5@5: What consumers wish 'natural' labels meant | A proposed new look for nutrition facts

[email protected]: What consumers wish 'natural' labels meant | A proposed new look for nutrition facts

Each day at 5 p.m. we collect the five top natural news headlines of the day, making it easy for you to catch up on today's most important natural products industry news.

Consumer Reports: Two-thirds of consumers misled by natural labels

Womp womp womp. Nearly half of more than 1,000 U.S. adults polled by Consumer Reports in December though natural labels on food were independently verified. More than 80 percent of consumers said foods labeled with the word natural should contain no chemicals, no artificial colors, no pesticides and no genetically modified ingredients. Read more at The Hill...


Food labels revamped

Take a look at how the new nutrition label proposed by the FDA stacks up to the current one design-wise. (For starters, vitamin D and potassium are added to the label, while vitamins A and C are removed).  Read more at The Dieline...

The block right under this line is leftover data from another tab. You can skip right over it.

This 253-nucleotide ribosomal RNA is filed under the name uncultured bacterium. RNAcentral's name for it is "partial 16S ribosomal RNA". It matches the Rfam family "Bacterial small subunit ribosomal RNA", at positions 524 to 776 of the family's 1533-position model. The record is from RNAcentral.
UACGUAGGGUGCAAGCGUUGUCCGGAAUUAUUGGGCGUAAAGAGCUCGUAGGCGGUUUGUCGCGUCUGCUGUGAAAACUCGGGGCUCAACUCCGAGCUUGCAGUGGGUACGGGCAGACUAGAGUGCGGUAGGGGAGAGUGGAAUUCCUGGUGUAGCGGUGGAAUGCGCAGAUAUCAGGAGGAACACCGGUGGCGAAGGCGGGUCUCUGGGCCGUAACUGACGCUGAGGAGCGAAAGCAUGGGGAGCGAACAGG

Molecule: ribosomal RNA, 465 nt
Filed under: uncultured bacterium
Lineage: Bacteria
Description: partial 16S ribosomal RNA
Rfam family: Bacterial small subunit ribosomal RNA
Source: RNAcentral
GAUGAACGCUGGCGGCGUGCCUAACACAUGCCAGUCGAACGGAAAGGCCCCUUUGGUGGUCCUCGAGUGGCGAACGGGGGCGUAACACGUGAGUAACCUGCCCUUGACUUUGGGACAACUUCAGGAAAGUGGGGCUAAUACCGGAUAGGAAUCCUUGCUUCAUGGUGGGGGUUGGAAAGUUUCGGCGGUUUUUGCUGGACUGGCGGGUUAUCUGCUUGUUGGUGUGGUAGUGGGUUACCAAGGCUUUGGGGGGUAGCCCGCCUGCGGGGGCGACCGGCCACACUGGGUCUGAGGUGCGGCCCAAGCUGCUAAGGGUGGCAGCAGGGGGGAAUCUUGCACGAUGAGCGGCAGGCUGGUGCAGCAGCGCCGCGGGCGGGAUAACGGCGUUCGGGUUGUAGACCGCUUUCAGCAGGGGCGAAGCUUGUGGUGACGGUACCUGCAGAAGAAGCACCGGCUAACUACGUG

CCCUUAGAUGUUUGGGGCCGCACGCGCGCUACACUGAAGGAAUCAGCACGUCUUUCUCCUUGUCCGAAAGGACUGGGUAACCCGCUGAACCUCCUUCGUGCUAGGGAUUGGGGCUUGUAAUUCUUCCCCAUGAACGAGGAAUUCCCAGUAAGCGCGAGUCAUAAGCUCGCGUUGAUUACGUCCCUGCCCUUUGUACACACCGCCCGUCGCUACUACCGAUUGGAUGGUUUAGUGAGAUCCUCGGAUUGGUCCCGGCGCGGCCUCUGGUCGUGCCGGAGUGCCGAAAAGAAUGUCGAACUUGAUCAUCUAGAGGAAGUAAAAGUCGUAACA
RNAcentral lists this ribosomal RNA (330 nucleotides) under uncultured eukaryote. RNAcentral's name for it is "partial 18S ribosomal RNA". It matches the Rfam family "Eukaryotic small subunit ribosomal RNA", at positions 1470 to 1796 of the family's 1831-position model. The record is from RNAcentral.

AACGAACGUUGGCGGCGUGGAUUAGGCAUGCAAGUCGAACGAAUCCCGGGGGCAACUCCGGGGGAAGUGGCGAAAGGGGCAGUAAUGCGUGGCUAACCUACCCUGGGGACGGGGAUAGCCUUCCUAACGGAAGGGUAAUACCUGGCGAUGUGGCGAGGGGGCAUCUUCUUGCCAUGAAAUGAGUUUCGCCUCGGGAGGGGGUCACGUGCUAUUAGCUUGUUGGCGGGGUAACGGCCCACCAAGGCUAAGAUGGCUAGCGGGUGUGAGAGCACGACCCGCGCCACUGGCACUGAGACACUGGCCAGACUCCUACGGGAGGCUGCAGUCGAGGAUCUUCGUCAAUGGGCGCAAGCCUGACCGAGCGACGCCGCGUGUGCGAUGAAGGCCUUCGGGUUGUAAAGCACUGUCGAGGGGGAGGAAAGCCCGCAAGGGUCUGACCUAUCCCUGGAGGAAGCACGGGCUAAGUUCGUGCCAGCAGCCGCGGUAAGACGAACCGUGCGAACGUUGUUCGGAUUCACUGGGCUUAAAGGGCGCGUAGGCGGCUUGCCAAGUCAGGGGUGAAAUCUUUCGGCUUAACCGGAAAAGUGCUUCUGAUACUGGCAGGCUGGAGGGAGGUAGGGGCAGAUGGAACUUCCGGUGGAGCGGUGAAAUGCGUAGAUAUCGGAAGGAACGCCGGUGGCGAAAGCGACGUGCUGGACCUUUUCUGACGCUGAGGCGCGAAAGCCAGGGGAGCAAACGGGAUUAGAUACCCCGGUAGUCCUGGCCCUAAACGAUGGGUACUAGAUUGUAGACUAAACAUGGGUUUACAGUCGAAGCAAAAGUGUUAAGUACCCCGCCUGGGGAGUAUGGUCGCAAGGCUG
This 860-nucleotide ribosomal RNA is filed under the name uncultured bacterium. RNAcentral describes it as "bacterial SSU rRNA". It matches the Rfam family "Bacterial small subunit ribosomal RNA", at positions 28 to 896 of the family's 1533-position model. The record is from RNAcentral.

Aldi's organic plan is great for consumers, dangerous for competition

The grocer, know for its low prices, is expanding its fresh and natural offerings, removing junk food from the checkout aisles and taking synthetic colors out of its private label products. In this already competitive space, Aldi could come in as a price leader. Read more at Forbes...


Upper Midwest farmers transitioning to organic can get aid

Minnesota and North Dakota both have programs in place that assist farmers with the three-year transition to organic production. Meanwhile, the Organic Trade Association pushes for a government-administered certification program for farmers in transition. Read more at The Big Story...


Scotland launches new organic action plan

"Organic Ambitions" lays out Scotland's plan to increase its organic farmland and sales of organic produce. Read more at the Soil Association...

TAGS: News General
Hide comments


  • Allowed HTML tags: <em> <strong> <blockquote> <br> <p>

Plain text

  • No HTML tags allowed.
  • Web page addresses and e-mail addresses turn into links automatically.
  • Lines and paragraphs break automatically.